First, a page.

Today’s News - Thursday, June 29, 2017

EDITOR'S NOTE: Tomorrow will be a no-newsletter day, and you're getting today's news early because we're on our way to Ottawa to join in celebrating our northern neighbors' 150th birthday (and come home with a glow-in-the-dark Canada 150 toonie)! And with America's 4th of July holiday landing on Tuesday, we may/may not be back Wednesday and/or Thursday, July 5 and/or 6 (July 11 f'er sure). Happy Canada Day! Happy Independence Day! Happy Days to everyone everywhere, if not now, then soon...

●   ANN feature: Weinstein likes the grain in Hall's "Wood" that offers "a refined vision of how positively transformative wood designs" have been - and still are - in global architecture.

●   Kamin is a bit more than concerned about the "lack of coordination" in plans for the Obama center and a Tiger Woods golf course that "threatens Jackson Park redesign - creating a great park is easier said than done."

●   Nashville has never thought small - now it's thinking really big with the 15-acre, $1 billion Nashville Yards project, with housing, hotel, offices, retail, a park, and - of course - a "large music venue."

●   We don't feature a lot of residential work, but this round-up of Australia's "most underrated architectural gems" is filled with dazzlers and doozies.

●   Pickrel's unpublished Q&A with Taliesin fellow Rattenbury while doing research for "Frank Lloyd Wright in New York - The Plaza Years, 1954-1959."

●   Meanwhile on Maui, Rattenbury "preserved the integrity and the look" of a never-built FLW house for Marilyn Monroe and Arthur Miller that is now "golf's Guggenheim" - the "awe-inspiring" King Kamehameha Clubhouse (stunning - and pink with portholes!).

●   A good reason to head to Indianapolis in a couple of weeks: SMPS Build Business 2017 for marketing and business development leaders.

●  Congrats to all!

●   Zumthor is the first foreign architect to win Association of German Architects' "Großer BDA Preis" for his lifetime achievement.

●   Rogers and H&deM share the Royal Academy of Art's top prize for a drawing of mechanical ductwork at Elbphilharmonie Hamburg, and a plan for the Geneva airport; Tanabe takes home the Arup Architecture Award for Emerging Talent.

●   Eyefuls of the 11 winners of the AIA 2017 Small Project Awards (Lady Bird Loo included - very cool).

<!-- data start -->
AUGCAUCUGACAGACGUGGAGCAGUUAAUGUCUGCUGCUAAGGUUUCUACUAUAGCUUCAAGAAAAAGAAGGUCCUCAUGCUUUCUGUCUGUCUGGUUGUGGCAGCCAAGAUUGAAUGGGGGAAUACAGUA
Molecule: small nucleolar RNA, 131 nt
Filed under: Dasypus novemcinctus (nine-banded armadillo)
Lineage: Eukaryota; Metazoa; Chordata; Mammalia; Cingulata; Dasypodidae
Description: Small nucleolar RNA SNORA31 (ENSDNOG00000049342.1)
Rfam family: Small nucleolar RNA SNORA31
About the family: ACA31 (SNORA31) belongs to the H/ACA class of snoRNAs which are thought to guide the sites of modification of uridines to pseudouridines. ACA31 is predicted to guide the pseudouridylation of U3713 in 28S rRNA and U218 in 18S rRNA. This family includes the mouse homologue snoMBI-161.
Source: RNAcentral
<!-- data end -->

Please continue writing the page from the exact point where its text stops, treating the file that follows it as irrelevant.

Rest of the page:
●   RIBA National Awards 2017 - all 49 winners, with citations and commentary (great presentations).

●   Eyefuls of the 2017 RIAI Architecture Awards winners.

Weekend diversions:

●   Kamin finds there really are "fresh things to say" about FLW, courtesy of MoMA's "Frank Lloyd Wright at 150" that offers "provocative interpretations about the man and his work."

●   "Kaneji Domoto at Frank Lloyd Wright's Usonia" at NYC's Center for Architecture tells the "complicated story" of the Japanese-American architect, and "explores larger questions - what did it mean to be a midcentury Japanese-American architect?"

●   A first look at Jenny Sabin Studio's immersive MoMA/PS1 installation: "Lumen," "a woven canopy that will subtly change color in the daytime, and will glow in the dark" (and opens today!).

●   Fascinating footage of Studio Gang's "Hive" installation of paper tubes rising at the National Building Museum - tubular instruments included (opening on the 4th of July!).

●   Filler ponders Kahn's "mystic monumentality" in Lesser's "You Say to Brick," and Williamson's "Kahn at Penn": "his legacy was quickly squandered by younger co-professionals."

●   Chamberlain has a great conversation with Davidson re: "Magnet City: A Walking Companion to New York," how architecture criticism has changed, "why he's optimistic about the still evolving World Trade Center site," and much more.

●   Forget typical guide books' "prosaic prose" that makes "a No Parking sign seem clever": McHugh and Bozikovic's "Toronto Architecture: A City Guide" is "a splendid exception" ("educated gossip" included).

●   Gibberd and Hill's "Ornament is Crime: Modernist Architecture" celebrates the best of modern architecture with "a gorgeous collection of black-and-white photographs of homes" by the masters.

●   Smith's "Designing Detroit: Wirt Rowland and the Rise of Modern American Architecture" explores his too often overlooked architectural impact on the city.

●   Arch Record's annual summer reading guide "for books to take to the beach or the mountains."

●   Campbell-Dollaghan recommends tomes that will "upgrade your summer beach reading" that will help you "understand the future of design."

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